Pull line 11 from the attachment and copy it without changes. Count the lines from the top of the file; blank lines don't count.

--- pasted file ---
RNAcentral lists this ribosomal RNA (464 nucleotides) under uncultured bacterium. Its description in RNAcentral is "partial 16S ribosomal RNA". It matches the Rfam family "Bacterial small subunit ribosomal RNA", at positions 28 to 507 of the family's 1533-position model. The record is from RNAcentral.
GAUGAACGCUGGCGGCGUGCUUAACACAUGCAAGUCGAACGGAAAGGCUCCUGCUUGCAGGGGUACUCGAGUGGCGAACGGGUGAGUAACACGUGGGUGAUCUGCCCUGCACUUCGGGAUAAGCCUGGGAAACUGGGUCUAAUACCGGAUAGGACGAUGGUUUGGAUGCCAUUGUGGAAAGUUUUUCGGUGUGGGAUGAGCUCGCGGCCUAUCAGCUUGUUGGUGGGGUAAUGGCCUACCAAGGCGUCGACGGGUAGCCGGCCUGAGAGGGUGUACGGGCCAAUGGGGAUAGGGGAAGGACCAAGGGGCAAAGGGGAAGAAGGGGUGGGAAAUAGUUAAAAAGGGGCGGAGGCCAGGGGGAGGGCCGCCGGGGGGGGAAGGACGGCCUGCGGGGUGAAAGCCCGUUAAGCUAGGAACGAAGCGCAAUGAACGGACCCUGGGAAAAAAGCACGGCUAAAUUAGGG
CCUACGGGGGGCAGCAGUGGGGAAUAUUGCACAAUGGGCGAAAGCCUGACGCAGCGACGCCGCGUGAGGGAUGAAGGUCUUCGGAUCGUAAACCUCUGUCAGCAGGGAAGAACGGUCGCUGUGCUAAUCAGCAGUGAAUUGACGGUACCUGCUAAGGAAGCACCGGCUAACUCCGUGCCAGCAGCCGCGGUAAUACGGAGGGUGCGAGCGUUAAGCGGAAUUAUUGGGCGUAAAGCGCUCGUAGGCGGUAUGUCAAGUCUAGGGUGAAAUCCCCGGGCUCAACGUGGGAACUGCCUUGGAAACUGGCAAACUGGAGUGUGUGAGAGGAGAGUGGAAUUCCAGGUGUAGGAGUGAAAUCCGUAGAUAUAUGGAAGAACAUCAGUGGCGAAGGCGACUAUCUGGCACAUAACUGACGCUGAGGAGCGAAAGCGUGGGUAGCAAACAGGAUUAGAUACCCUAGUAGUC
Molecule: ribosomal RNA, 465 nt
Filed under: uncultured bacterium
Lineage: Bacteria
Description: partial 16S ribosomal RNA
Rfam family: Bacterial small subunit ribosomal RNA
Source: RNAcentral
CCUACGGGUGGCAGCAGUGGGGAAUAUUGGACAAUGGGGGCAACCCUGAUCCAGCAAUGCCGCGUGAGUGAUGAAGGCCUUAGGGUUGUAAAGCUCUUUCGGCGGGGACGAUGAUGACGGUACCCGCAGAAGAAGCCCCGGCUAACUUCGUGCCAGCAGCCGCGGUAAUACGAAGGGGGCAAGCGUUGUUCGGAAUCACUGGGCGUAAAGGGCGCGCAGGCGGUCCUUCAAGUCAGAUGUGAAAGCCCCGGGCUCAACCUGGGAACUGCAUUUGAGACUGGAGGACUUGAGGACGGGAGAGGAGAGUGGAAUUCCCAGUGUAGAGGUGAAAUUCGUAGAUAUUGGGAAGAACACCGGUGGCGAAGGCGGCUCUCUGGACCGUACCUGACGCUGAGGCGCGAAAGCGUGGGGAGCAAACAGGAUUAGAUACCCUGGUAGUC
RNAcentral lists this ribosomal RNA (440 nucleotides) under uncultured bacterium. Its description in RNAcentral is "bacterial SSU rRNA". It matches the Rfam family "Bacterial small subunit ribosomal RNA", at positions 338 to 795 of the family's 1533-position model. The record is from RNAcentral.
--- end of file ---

RNAcentral lists this ribosomal RNA (440 nucleotides) under uncultured bacterium. Its description in RNAcentral is "bacterial SSU rRNA". It matches the Rfam family "Bacterial small subunit ribosomal RNA", at positions 338 to 795 of the family's 1533-position model. The record is from RNAcentral.